Colic: Normal part of infant growth
What is colic?
Although the word colic sounds like a sickness, it is not. Colic is a period in your baby’s normal crying curve when crying is at its peak. As the baby grows, the overall amount of crying per day increases every week. Crying peaks at about 2-3 months of age then resolves itself. Colic, therefore, is a manifestation of normal development and not an indicator of sickness.
Characteristics of Colic
- Prolonged crying for no obvious reason in an otherwise healthy baby. Although the baby is well fed and dry, they still cry for three hours or more in a day
- The baby is inconsolable and does not respond to any attention given
- Crying worsens in the afternoon and evenings although the baby may cry at other times
- Baby clinches their fists, stiffens their stomach and legs, may arch their backs or pull their legs towards the stomach as if in pain while crying
Should I change my baby’s feed?
At 2-3 months of age, the baby is still exclusively breastfeeding or on infant formula. Colic occurs in both breastfed and formula-fed infants. If you are breastfeeding, continue breastfeeding the baby as regularly as possible. You should not introduce any other feed/food to your baby. Breast milk is sufficient for their nutritional needs. Infant formula-fed infants should continue with their feeds.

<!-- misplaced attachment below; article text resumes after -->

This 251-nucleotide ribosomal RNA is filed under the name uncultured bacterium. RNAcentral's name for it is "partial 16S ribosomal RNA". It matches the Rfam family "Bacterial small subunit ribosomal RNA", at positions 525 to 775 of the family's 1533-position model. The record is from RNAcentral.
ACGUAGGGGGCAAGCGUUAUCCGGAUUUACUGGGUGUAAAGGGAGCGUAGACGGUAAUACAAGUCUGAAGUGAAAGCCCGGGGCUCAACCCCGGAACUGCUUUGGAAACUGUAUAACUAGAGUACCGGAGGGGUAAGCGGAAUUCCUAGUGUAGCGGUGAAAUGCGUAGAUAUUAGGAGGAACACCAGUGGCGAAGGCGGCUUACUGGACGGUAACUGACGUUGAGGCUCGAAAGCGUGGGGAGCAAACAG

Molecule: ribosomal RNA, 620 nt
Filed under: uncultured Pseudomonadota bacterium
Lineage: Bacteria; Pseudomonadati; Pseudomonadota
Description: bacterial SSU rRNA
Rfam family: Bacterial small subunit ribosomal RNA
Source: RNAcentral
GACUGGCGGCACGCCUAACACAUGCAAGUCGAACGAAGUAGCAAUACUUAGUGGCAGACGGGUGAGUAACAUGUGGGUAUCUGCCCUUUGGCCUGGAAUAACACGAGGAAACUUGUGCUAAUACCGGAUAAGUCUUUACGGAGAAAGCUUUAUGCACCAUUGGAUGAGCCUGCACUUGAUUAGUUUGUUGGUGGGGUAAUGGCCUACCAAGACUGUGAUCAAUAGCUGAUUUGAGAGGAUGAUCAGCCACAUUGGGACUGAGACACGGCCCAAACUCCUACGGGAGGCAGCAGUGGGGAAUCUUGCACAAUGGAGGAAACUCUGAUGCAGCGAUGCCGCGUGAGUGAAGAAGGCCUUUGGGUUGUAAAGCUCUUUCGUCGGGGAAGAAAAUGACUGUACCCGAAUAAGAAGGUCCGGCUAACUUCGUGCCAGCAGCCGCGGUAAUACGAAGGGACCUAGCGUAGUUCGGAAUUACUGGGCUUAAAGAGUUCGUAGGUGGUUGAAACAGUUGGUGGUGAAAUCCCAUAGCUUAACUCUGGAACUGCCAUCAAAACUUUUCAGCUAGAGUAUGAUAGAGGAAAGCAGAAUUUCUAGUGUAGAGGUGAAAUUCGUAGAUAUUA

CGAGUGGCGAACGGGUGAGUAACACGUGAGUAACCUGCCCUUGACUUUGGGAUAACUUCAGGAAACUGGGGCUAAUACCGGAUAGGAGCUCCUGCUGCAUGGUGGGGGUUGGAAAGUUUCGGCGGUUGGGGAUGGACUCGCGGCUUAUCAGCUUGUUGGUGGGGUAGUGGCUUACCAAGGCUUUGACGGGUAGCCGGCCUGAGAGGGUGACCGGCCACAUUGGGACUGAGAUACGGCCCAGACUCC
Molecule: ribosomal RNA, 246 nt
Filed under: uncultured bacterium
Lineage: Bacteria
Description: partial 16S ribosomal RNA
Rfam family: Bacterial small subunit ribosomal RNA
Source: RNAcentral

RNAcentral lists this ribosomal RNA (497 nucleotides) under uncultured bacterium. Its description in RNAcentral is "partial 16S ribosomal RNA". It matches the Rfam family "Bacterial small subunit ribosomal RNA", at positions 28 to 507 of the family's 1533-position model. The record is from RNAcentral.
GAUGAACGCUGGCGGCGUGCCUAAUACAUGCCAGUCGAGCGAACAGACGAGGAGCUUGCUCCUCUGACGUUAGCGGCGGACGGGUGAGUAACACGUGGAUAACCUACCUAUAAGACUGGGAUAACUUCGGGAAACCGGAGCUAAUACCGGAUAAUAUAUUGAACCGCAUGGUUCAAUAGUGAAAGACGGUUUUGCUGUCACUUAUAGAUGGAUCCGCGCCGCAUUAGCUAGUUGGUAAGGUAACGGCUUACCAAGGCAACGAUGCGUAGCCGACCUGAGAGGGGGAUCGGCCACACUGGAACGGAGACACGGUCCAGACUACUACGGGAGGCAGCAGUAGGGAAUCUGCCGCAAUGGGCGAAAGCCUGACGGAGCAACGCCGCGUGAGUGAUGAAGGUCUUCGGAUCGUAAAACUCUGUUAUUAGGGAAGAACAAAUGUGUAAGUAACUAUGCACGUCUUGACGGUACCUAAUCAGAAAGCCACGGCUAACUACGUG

The best way to help your baby in this period is to
- Take note on time when the crying normally happens
- Ensure your is well fed and has a dry diaper before the ‘crying ’ time
- Ensure the baby has their nap at least 1 hour before ‘crying’ time so that they are rested
- When the baby starts to cry, it is advisable to avoid rocking or shaking the baby. An inconsolable infant may be stressful to the parent. The desperate shaking may cause head trauma to the infant.
- If a parent/caregiver is stressed or worn out, they should take a break from taking care of the baby.
- Remember colic is a normal part of growth. It will be gone soon.